Scala Kinesis Enrich now uses the latest version of Scala Common Enrich, the library shared by Scala Hadoop Enrich and Scala Kinesis Enrich. This means that it supports configurable enrichments. You can use the -enrichments command line option to pass a directory of enrichment configuration JSONs like this:
The enrichments directory replaces the “anon_ip” and “geo_ip” fields in the config file. Instead, create anon_ip.json and ip_lookups.json configuration JSONs in the enrichments directory.
Sensible defaults for all available enrichments can be found here.
The Scala Kinesis Enrich HOCON configuration file now requires a “resolver” field which is used to configure the Iglu Resolver used to validate the enrichment configuration JSONs.
As part of this update, we have also fixed the bug whereby Kinesis Enrich opened a MaxMind database file every time an event is enriched (!).
We are hugely indebted to community member Phil Kallos (@pkallos) who contributed several key improvements to the Kinesis flow:
CredentialsProvider.InstanceProfileobject by setting the access-key and secret-key configuration fields to “iam”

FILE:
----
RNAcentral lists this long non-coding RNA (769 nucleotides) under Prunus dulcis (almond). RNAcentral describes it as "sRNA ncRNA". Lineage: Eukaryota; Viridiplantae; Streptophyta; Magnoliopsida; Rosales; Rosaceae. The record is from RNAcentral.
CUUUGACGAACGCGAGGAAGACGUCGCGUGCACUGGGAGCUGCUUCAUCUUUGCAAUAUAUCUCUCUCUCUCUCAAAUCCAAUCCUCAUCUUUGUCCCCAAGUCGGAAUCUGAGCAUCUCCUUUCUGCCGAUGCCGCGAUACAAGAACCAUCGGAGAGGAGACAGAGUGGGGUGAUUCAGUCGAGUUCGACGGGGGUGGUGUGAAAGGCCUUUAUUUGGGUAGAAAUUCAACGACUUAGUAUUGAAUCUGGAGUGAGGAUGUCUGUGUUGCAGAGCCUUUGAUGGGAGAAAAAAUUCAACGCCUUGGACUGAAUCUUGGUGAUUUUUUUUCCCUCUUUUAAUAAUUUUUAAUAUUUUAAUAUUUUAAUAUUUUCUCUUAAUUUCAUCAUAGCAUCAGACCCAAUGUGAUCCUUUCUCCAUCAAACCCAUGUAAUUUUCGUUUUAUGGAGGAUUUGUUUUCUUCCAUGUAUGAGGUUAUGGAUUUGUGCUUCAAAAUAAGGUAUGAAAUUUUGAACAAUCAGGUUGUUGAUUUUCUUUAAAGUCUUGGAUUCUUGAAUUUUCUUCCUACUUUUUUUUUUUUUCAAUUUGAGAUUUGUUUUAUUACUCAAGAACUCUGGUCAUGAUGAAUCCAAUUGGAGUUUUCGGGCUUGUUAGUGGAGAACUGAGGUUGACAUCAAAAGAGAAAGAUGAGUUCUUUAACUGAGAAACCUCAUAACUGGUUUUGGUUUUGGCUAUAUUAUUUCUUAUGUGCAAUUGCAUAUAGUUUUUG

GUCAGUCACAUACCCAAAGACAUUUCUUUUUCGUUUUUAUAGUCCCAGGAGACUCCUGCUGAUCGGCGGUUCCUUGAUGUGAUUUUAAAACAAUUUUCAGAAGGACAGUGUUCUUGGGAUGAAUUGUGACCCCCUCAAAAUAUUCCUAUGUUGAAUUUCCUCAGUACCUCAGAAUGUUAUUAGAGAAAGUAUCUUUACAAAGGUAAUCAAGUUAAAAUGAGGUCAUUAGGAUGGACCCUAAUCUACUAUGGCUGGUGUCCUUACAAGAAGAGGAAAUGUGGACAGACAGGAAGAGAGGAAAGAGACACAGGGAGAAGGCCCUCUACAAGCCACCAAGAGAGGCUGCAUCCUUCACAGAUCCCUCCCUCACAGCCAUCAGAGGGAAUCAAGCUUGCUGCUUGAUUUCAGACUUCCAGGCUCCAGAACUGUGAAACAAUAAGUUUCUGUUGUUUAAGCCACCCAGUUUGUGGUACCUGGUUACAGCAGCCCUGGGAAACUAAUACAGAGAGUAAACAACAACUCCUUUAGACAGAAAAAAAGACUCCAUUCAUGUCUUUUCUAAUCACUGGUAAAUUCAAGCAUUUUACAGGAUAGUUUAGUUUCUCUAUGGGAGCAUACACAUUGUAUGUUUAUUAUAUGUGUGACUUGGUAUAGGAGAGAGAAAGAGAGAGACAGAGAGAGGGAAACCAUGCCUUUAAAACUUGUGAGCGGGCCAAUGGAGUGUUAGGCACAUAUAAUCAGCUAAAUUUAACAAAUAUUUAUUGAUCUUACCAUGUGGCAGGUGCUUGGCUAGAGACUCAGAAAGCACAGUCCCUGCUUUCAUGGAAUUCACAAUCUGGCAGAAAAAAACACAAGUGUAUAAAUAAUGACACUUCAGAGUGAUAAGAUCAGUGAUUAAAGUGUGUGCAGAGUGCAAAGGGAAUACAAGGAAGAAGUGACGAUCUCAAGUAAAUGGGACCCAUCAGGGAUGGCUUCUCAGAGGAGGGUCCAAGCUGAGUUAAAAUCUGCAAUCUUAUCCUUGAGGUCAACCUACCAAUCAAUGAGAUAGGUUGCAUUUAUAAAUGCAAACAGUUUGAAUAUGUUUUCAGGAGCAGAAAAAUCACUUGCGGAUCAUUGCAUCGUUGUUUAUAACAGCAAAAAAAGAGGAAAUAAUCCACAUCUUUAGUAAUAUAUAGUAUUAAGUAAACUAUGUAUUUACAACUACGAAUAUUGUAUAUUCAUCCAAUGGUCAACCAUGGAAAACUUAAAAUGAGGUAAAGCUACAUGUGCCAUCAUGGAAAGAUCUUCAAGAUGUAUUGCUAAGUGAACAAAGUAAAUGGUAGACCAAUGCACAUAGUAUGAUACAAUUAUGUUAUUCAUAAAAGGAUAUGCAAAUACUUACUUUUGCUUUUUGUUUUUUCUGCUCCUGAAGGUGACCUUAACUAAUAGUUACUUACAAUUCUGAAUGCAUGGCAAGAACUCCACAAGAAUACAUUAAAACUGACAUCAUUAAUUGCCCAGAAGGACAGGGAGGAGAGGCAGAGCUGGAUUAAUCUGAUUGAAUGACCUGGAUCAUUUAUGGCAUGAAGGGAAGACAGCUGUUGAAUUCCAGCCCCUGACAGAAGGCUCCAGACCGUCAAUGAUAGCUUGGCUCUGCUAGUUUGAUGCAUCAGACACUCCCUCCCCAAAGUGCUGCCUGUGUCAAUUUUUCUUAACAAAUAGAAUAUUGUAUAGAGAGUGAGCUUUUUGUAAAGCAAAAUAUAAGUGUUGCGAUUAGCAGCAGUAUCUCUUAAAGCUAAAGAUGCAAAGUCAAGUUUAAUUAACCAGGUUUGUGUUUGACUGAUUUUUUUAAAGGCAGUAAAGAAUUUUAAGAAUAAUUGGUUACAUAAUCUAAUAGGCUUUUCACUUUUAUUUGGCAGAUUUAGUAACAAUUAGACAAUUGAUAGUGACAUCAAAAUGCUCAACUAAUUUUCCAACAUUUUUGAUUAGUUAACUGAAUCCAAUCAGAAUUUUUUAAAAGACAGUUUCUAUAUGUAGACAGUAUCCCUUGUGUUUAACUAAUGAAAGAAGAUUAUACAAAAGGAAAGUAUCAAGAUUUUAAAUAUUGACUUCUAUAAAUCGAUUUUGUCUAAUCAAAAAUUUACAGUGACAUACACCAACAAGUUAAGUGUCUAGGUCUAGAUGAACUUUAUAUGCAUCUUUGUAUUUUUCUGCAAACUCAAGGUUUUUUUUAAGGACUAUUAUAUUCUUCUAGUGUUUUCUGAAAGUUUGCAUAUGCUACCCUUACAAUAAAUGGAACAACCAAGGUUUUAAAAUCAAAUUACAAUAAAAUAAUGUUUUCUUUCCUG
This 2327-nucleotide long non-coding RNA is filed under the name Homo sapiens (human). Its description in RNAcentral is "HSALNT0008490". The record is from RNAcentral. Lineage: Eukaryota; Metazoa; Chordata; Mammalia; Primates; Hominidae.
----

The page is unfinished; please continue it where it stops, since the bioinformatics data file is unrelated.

And there are more pull requests from Phil to be merged into future Kinesis releases too. Big thanks Phil!
In addition to Phil’s contribution on AWS credentials, this release adds another way to configure the AWS credentials required to use Amazon Kinesis. If you replace the access-key and secret-key values in the HOCON configuration with “env”, they will be set from the environment variables “AWS_ACCESS_KEY_ID” and “AWS_SECRET_ACCESS_KEY”.
This is useful if you want to keep your credentials out of GitHub.
Huge thanks to Sam Mason (@sambo1972) who contributed the ability to configure the Kinesis endpoint. In the “streams” section of the configuration HOCON, add the intended endpoint like so:
The same goes for the “stream” section of the Scala Stream Collector’s HOCON configuration file.
Community member Yuval Herziger (@yuvalherziger) noticed that version 0.1.0 of the Scala Stream Collector only accepted requests of up to 2048 characters. He discovered how to override this restriction by configuring spray-can (the HTTP server which the collector uses) and his fix has been incorporated into the default configuration files. Thanks Yuval!